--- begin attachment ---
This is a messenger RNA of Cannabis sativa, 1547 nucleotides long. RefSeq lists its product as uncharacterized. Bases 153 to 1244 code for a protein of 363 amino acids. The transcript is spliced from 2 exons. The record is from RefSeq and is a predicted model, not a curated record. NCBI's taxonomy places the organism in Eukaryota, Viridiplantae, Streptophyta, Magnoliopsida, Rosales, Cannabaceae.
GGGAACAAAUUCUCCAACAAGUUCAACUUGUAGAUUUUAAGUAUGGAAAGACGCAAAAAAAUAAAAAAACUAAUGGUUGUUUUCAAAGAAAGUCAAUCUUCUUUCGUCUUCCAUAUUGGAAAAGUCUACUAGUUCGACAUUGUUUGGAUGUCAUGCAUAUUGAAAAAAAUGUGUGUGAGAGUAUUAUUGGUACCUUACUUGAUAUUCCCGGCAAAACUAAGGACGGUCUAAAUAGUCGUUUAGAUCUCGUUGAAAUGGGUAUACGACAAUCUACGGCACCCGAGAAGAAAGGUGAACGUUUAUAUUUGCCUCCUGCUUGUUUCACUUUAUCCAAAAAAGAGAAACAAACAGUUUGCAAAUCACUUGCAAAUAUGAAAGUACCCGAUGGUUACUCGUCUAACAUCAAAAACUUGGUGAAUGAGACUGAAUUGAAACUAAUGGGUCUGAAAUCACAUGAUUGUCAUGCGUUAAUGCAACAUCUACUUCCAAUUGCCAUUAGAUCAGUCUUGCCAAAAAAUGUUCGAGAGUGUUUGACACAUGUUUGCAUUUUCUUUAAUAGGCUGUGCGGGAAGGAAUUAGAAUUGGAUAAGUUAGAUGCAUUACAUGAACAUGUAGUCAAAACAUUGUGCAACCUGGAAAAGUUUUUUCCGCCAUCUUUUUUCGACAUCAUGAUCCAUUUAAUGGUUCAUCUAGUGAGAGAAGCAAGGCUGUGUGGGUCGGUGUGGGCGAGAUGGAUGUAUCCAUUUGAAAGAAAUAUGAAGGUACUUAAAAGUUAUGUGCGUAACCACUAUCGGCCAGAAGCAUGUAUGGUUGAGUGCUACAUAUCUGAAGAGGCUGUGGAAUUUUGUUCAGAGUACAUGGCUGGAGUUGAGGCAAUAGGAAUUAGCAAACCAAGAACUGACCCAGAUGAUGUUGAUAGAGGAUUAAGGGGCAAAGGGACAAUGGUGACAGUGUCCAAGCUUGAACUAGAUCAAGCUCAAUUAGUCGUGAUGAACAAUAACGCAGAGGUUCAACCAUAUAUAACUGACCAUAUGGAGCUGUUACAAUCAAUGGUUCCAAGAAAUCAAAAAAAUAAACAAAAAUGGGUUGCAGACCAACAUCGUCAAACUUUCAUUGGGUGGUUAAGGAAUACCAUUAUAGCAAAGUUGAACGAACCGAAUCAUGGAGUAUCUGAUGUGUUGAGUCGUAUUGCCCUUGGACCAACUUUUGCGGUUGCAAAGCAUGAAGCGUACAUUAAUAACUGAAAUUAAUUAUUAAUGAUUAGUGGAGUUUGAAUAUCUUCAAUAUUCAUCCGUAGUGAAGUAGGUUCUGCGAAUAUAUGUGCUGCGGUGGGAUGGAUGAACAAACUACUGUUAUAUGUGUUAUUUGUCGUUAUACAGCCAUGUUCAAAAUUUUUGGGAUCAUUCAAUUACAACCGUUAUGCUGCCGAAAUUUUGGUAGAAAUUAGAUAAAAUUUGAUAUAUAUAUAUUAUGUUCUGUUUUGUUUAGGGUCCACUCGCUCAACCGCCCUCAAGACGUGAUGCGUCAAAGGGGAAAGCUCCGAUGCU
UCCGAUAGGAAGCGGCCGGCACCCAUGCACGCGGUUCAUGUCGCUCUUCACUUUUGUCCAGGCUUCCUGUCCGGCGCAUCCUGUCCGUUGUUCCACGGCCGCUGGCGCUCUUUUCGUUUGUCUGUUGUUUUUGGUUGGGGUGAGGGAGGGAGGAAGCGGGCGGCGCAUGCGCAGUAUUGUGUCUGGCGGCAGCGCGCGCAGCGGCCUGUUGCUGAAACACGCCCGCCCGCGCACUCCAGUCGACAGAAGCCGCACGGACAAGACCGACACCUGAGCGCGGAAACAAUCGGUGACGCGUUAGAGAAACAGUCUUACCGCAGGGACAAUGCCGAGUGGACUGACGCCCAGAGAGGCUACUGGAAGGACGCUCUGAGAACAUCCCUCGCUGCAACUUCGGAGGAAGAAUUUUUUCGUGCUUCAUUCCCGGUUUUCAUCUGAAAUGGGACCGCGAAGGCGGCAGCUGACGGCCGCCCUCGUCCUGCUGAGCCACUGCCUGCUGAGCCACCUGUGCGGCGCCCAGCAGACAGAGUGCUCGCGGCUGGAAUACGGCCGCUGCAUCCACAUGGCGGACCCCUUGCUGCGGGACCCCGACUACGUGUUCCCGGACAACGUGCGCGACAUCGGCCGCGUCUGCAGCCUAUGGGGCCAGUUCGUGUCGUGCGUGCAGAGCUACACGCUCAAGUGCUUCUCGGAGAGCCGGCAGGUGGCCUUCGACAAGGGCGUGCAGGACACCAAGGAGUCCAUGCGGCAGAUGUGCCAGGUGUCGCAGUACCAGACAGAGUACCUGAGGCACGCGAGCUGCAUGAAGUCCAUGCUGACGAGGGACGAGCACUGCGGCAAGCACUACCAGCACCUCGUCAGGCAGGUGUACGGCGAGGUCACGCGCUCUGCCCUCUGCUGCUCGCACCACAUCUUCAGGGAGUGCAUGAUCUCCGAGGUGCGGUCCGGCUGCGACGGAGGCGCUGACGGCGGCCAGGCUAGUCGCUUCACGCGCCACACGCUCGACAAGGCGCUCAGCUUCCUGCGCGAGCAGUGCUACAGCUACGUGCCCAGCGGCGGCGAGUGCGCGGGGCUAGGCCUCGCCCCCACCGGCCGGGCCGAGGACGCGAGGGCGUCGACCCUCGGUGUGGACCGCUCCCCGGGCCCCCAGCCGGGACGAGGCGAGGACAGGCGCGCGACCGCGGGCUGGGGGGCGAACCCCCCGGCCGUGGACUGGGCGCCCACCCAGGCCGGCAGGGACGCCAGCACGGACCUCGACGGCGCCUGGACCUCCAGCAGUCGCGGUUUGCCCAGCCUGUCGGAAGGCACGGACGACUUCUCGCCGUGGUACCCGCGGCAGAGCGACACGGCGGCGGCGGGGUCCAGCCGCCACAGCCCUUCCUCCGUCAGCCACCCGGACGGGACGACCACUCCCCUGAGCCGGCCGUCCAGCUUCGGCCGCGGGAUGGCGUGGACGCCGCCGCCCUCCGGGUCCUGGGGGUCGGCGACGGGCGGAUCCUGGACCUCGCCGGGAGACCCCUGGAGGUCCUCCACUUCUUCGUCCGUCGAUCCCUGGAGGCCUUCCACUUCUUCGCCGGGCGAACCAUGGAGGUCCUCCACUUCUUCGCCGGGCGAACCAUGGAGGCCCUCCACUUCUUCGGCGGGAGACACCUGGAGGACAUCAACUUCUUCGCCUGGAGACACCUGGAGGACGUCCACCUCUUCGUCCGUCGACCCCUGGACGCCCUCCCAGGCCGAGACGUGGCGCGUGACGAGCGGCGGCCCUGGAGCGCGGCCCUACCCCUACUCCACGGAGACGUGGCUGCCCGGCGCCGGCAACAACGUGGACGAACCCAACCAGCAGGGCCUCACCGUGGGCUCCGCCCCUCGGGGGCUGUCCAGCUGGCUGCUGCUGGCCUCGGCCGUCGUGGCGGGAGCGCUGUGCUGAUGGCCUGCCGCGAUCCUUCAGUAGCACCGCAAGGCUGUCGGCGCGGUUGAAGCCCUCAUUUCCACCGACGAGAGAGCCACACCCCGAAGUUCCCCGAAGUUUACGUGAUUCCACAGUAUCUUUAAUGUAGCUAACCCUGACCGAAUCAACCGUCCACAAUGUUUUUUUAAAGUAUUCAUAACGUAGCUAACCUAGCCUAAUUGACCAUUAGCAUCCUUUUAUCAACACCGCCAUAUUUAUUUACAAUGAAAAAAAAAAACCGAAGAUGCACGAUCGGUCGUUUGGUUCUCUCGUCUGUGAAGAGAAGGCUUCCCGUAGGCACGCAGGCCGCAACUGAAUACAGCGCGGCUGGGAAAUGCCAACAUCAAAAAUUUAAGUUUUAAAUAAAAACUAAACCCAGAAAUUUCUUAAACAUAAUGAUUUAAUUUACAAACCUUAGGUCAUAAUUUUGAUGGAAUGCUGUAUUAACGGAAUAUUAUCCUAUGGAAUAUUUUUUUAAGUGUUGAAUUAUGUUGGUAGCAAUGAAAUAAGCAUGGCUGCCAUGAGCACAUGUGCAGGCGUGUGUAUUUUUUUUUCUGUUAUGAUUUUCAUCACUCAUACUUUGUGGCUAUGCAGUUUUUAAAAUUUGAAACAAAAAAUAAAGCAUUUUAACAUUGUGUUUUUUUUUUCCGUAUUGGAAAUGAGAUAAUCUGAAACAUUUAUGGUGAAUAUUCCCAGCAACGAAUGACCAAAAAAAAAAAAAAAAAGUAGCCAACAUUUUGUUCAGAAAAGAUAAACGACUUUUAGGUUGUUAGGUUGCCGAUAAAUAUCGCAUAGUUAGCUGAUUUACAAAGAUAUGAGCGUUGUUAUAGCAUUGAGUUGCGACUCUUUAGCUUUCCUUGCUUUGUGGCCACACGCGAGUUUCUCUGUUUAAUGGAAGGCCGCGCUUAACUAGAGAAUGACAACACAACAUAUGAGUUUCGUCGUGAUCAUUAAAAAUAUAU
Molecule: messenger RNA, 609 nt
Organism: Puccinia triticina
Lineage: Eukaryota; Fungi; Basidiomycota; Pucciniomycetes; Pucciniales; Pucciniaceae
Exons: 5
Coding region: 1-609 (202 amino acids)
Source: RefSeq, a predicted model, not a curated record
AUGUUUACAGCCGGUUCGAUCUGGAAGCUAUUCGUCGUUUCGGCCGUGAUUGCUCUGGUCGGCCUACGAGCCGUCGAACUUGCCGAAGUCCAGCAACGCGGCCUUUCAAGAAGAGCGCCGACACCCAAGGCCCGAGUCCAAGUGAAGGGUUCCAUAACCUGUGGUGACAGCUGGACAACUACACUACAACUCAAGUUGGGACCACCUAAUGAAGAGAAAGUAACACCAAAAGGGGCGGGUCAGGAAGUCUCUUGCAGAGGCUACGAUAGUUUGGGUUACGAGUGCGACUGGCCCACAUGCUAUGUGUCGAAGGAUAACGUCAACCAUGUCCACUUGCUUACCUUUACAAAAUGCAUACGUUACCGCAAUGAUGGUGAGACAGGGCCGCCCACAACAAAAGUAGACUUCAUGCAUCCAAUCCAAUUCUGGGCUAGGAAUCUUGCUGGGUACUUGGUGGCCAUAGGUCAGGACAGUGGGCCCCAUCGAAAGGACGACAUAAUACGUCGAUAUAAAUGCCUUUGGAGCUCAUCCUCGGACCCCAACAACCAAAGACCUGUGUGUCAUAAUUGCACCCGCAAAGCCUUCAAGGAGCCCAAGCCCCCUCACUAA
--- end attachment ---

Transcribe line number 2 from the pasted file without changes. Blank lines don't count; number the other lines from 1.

GGGAACAAAUUCUCCAACAAGUUCAACUUGUAGAUUUUAAGUAUGGAAAGACGCAAAAAAAUAAAAAAACUAAUGGUUGUUUUCAAAGAAAGUCAAUCUUCUUUCGUCUUCCAUAUUGGAAAAGUCUACUAGUUCGACAUUGUUUGGAUGUCAUGCAUAUUGAAAAAAAUGUGUGUGAGAGUAUUAUUGGUACCUUACUUGAUAUUCCCGGCAAAACUAAGGACGGUCUAAAUAGUCGUUUAGAUCUCGUUGAAAUGGGUAUACGACAAUCUACGGCACCCGAGAAGAAAGGUGAACGUUUAUAUUUGCCUCCUGCUUGUUUCACUUUAUCCAAAAAAGAGAAACAAACAGUUUGCAAAUCACUUGCAAAUAUGAAAGUACCCGAUGGUUACUCGUCUAACAUCAAAAACUUGGUGAAUGAGACUGAAUUGAAACUAAUGGGUCUGAAAUCACAUGAUUGUCAUGCGUUAAUGCAACAUCUACUUCCAAUUGCCAUUAGAUCAGUCUUGCCAAAAAAUGUUCGAGAGUGUUUGACACAUGUUUGCAUUUUCUUUAAUAGGCUGUGCGGGAAGGAAUUAGAAUUGGAUAAGUUAGAUGCAUUACAUGAACAUGUAGUCAAAACAUUGUGCAACCUGGAAAAGUUUUUUCCGCCAUCUUUUUUCGACAUCAUGAUCCAUUUAAUGGUUCAUCUAGUGAGAGAAGCAAGGCUGUGUGGGUCGGUGUGGGCGAGAUGGAUGUAUCCAUUUGAAAGAAAUAUGAAGGUACUUAAAAGUUAUGUGCGUAACCACUAUCGGCCAGAAGCAUGUAUGGUUGAGUGCUACAUAUCUGAAGAGGCUGUGGAAUUUUGUUCAGAGUACAUGGCUGGAGUUGAGGCAAUAGGAAUUAGCAAACCAAGAACUGACCCAGAUGAUGUUGAUAGAGGAUUAAGGGGCAAAGGGACAAUGGUGACAGUGUCCAAGCUUGAACUAGAUCAAGCUCAAUUAGUCGUGAUGAACAAUAACGCAGAGGUUCAACCAUAUAUAACUGACCAUAUGGAGCUGUUACAAUCAAUGGUUCCAAGAAAUCAAAAAAAUAAACAAAAAUGGGUUGCAGACCAACAUCGUCAAACUUUCAUUGGGUGGUUAAGGAAUACCAUUAUAGCAAAGUUGAACGAACCGAAUCAUGGAGUAUCUGAUGUGUUGAGUCGUAUUGCCCUUGGACCAACUUUUGCGGUUGCAAAGCAUGAAGCGUACAUUAAUAACUGAAAUUAAUUAUUAAUGAUUAGUGGAGUUUGAAUAUCUUCAAUAUUCAUCCGUAGUGAAGUAGGUUCUGCGAAUAUAUGUGCUGCGGUGGGAUGGAUGAACAAACUACUGUUAUAUGUGUUAUUUGUCGUUAUACAGCCAUGUUCAAAAUUUUUGGGAUCAUUCAAUUACAACCGUUAUGCUGCCGAAAUUUUGGUAGAAAUUAGAUAAAAUUUGAUAUAUAUAUAUUAUGUUCUGUUUUGUUUAGGGUCCACUCGCUCAACCGCCCUCAAGACGUGAUGCGUCAAAGGGGAAAGCUCCGAUGCU